WILMINGTON — Between a rigorous academic schedule and extracurricular commitments, Katie Brown is a busy young lady. She is happy to give of her time to others.
“We only have so much time to live and so many moments, so we might as well make the most of it. And if I can do something small just to help others that spreads joy and makes others happy, and show compassion, it makes me feel good, for one, but it really just makes them feel so much better,” said Brown, a senior at St. Mark’s High School.
Katie Brown, a St. Mark’s senior, helps Mary Campbell Center resident Roland write notes in the library on the Mary Campbell Center. (The Dialog/www.DonBlakePhotography.com)
Brown is president of the National Honor Society at St. Mark’s, and the organization was the catalyst for her primary volunteer activity outside the school. National Honor Society members are required to do 20 hours of community service, and when Brown joined last year, she noticed that one of the opportunities was at the Mary Campbell Center, a residence in Brandywine Hundred for people with different disabilities.
“It was only for a couple of hours, so one of my friends was like, ‘Oh, come out to the Mary Campbell Center with us. It’s lots of fun,’” she said.
The experience had a profound impact on Brown, who stayed on as a volunteer and is there for several hours just about every Sunday. She said the residents are grateful to have someone who can play board games with them, write letters for them or take them for a walk.
It’s also a rewarding experience for Brown, who calls it a “win-win situation.”
“I kind of think of going to the Mary Campbell Center as my way of saying, ‘Thank you, God, for all the blessings that I do have in my life and all the great things that are going for me,’” she said.
Francis Corrigan, director of mission and ministry at St. Mark’s, said the residents win, too, by having Brown around.
“When she works with residents … Katie radiates goodness and compassion,” Corrigan said. “She is the type of person with whom others instantly feel comfortable.”
She has applied to be a volunteer at Union Hospital in Elkton, Md., and has already joined the hospital’s Explorer Program, which is for students interested in pursuing careers in medicine. Brown hopes to become a surgeon. Explorers at Union Hospital speak with physicians, nurses and other personnel about their jobs, and they visit different departments at the facility.
One of her duties at St. Mark’s was to organize the annual blood drive, which involved recruiting donors, scheduling, working in the canteen and dismantling everything when the drive was done.
“We had overflow on the list for the blood drive because so many people wanted to give,” she said.
Corrigan called Brown a “go-getter” and credited her for the high level of interest in the blood drive.
“For our fall blood drive, we usually operate with about 10 to 15 volunteers who run the day. Katie involved around 60 people,” he said.
Over the Christmas holidays, Brown rang a bell for the Salvation Army, and, as a member of the Key Club, went caroling at Christiana Hospital.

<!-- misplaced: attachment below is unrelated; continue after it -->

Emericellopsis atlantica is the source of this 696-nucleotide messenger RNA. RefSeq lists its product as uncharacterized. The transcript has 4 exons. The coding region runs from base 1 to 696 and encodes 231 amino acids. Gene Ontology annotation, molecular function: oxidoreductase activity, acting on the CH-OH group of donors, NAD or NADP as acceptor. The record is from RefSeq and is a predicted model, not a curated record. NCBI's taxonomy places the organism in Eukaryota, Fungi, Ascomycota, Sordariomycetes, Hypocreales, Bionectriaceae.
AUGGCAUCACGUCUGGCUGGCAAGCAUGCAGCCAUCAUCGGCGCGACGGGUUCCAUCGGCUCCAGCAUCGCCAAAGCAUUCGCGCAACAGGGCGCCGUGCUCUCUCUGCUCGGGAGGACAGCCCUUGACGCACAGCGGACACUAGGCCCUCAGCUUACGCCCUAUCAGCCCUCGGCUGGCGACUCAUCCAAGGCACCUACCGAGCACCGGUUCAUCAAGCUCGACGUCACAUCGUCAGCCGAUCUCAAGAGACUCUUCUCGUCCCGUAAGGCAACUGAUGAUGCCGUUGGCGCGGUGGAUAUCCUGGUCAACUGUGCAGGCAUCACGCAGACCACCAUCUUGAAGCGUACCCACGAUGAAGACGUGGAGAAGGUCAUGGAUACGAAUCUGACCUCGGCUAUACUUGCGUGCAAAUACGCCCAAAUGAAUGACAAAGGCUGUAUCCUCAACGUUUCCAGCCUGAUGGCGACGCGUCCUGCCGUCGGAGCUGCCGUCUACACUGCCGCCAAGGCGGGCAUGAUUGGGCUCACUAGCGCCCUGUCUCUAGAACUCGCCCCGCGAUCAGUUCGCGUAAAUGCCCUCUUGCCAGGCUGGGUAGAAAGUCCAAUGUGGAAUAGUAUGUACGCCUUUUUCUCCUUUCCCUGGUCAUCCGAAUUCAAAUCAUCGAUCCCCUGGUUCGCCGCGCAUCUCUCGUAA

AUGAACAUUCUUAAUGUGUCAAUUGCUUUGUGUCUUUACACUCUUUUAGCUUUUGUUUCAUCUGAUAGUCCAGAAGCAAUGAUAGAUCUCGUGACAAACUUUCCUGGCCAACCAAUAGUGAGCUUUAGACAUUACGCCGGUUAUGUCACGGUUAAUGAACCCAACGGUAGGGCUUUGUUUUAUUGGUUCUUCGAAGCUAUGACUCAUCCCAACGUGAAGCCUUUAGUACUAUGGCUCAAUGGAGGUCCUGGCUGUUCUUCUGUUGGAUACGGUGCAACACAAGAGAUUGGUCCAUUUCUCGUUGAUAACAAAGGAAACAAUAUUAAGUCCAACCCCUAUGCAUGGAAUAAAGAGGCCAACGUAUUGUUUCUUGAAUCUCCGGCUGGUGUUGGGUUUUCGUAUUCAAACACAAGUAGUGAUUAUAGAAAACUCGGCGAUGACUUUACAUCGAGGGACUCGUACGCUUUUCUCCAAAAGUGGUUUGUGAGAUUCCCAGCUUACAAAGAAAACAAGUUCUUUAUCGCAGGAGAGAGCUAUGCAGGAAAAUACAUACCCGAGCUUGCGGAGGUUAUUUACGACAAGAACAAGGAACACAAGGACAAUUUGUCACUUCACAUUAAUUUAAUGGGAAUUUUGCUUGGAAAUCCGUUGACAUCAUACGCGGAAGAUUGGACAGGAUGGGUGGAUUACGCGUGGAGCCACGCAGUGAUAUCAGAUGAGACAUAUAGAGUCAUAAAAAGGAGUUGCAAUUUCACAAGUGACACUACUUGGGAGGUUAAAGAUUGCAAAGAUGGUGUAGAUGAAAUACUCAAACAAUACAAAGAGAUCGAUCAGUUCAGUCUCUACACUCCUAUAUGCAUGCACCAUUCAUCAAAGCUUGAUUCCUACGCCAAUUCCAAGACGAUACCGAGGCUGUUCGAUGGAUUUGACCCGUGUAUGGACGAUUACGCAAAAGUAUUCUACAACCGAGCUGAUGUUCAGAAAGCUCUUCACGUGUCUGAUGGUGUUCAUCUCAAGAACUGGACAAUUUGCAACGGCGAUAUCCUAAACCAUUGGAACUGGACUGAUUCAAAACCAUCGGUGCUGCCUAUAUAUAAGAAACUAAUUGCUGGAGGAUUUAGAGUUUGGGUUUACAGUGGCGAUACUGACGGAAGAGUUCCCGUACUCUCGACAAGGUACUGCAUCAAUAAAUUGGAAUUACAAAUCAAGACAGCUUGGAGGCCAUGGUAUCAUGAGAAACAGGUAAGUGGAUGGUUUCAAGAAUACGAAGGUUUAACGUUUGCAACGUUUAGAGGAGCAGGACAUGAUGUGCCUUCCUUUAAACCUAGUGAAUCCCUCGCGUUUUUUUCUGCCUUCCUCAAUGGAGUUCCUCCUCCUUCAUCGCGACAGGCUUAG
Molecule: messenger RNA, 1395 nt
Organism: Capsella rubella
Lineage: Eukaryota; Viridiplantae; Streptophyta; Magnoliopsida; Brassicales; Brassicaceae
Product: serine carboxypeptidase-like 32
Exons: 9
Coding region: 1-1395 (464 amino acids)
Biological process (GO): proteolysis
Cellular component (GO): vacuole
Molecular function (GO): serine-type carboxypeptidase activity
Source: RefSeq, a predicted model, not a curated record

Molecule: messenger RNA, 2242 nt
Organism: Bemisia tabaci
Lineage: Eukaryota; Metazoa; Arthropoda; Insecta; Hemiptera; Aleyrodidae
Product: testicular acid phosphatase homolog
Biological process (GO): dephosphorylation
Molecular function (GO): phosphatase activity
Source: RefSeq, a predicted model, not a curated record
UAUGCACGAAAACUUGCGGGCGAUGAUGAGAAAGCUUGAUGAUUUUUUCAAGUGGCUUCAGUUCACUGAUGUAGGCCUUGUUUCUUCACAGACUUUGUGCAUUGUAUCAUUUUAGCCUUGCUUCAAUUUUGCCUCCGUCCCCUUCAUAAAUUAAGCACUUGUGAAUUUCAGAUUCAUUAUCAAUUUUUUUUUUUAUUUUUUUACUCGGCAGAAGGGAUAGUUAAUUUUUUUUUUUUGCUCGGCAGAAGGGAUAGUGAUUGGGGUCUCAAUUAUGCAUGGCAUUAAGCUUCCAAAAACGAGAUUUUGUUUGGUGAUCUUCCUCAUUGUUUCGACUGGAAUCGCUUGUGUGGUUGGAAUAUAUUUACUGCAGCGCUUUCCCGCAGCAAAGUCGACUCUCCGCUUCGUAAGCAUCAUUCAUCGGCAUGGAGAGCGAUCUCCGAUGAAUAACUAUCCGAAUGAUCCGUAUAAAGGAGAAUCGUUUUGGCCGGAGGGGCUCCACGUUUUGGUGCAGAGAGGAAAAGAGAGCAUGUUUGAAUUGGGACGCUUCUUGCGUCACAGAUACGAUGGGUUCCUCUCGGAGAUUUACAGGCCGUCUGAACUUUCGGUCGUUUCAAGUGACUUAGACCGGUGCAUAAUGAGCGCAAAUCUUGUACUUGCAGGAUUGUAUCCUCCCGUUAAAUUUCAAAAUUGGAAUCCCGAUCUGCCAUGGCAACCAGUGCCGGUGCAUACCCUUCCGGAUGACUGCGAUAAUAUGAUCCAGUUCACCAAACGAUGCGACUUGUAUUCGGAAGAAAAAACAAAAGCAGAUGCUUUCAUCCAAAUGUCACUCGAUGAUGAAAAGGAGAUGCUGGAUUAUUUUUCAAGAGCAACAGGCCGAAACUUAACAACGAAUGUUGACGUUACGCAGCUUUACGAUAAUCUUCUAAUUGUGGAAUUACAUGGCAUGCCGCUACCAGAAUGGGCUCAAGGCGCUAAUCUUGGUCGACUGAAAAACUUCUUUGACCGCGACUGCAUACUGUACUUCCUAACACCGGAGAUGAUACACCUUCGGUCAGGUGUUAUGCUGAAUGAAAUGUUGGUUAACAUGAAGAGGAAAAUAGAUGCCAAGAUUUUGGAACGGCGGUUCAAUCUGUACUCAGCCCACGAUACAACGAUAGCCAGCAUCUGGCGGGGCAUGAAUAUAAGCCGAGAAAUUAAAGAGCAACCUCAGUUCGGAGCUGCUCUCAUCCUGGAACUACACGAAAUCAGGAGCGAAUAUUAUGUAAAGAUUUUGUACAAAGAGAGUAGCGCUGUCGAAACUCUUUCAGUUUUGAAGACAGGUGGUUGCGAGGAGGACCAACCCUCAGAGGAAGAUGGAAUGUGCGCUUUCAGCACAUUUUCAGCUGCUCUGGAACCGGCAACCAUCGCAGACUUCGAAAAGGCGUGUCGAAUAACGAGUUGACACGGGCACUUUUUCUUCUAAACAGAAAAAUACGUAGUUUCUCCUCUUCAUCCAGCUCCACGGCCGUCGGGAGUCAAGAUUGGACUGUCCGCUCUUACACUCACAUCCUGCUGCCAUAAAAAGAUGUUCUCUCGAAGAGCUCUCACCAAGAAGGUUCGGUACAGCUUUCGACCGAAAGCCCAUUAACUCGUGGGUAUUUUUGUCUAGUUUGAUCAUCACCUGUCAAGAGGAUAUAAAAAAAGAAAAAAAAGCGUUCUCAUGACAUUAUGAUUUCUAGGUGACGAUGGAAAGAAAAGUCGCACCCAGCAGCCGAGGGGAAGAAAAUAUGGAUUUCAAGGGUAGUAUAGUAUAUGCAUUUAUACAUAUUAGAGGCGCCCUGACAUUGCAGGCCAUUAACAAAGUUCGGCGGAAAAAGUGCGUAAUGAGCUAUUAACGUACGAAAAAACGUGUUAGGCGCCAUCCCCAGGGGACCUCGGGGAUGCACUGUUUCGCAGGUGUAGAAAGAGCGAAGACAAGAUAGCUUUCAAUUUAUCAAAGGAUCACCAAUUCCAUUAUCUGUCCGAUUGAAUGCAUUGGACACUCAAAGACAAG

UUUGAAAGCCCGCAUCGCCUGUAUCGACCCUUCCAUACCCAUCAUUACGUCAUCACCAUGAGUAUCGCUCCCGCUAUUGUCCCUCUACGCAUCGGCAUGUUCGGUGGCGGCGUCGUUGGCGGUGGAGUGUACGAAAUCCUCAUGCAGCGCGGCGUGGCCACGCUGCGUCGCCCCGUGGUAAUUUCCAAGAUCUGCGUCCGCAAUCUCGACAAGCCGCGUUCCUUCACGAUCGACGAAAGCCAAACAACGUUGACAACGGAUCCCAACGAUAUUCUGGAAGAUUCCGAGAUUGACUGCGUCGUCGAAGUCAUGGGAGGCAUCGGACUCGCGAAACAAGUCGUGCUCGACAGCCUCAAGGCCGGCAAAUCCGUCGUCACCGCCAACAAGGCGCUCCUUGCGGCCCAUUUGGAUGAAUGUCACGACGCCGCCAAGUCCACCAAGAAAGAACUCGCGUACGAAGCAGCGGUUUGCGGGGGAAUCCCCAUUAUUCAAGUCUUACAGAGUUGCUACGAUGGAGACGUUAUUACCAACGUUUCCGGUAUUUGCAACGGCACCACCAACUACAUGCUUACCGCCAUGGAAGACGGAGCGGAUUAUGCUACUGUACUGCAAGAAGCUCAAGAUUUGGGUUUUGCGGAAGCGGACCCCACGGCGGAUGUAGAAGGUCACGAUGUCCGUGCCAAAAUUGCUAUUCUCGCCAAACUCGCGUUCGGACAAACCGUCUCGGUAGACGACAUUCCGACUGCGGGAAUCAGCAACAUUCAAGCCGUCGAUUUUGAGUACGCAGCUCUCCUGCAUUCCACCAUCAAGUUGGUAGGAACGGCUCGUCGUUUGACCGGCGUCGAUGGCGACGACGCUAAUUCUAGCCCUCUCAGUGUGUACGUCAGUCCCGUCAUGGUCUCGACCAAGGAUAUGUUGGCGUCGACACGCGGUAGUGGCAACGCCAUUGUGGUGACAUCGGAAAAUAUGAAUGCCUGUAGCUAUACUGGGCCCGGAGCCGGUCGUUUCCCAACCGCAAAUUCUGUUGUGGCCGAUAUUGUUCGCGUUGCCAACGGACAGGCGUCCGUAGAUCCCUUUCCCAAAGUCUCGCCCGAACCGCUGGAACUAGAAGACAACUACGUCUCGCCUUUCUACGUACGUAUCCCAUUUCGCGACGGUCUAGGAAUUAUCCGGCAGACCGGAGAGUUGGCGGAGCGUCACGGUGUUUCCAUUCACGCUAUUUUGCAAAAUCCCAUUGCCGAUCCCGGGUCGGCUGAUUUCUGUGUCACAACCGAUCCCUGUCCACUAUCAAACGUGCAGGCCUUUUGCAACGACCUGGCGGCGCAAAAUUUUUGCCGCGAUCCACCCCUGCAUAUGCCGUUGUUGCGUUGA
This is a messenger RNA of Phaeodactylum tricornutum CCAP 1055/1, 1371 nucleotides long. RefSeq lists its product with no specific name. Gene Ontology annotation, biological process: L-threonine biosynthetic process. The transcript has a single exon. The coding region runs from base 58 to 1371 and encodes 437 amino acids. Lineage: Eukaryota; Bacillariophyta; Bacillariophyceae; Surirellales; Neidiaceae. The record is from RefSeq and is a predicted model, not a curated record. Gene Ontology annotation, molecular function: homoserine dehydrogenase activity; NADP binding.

Another Key Club event is the school variety show, and Brown is the chairperson of the auditions.
In addition, she and a friend, Emma Heck, recently launched the St. Mark’s Book Club, for which Brown serves as president. The first meeting, which was held Jan. 10, attracted 17 people.
St. Margaret parishioner
Brown attended Caravel Academy for elementary school and followed her sister, Shannon, to St. Mark’s. She said she loves the environment at the school.
“There’s such a difference, kind of, I guess going to a Catholic school as opposed to going to a private school. The people sort of have this faith undertone. You’re taught about service, and the people almost feel compelled to go serve the community,” said Brown, a member of St. Margaret of Scotland Parish.
As a youngster, Brown began taking karate lessons, eventually earning a junior black belt, and started helping her mother, who is an instructor, with her classes at age 8 or 9 through eighth grade. But it was during her freshman year at St. Mark’s that she learned more about service and how it is part of the Catholic faith.
Her theology teacher talked about how do you express your faith “because you can’t just give God a hug physically, so you express your faith in terms of helping others out and share your love for God through helping others. I think that kind of got me motivated, definitely, to kind of reach out to others and help out, for sure,” she said.
She said the message of service is reinforced often at St. Mark’s in class and at Mass.
“You get it from the atmosphere here. If you have questions, you have people to turn to. It all reinforces that concept,” she continued. “When you learn about it in theology, when you’re educated about it, it’s like, ‘Wow! I only really do have so much time here. What am I going to do here that really matters and makes a difference and means something to me?’ I think volunteering definitely does that for me. It kind of makes you feel more fulfilled, as corny as that sounds.”
Brown intends to continue her service work in college and beyond. She said she would like to lead a community-service organization, maybe combining that with a study-abroad program.
“If I can make a little impact on someone’s life and make their day just a little bit better, I’m kind of happy to do that.”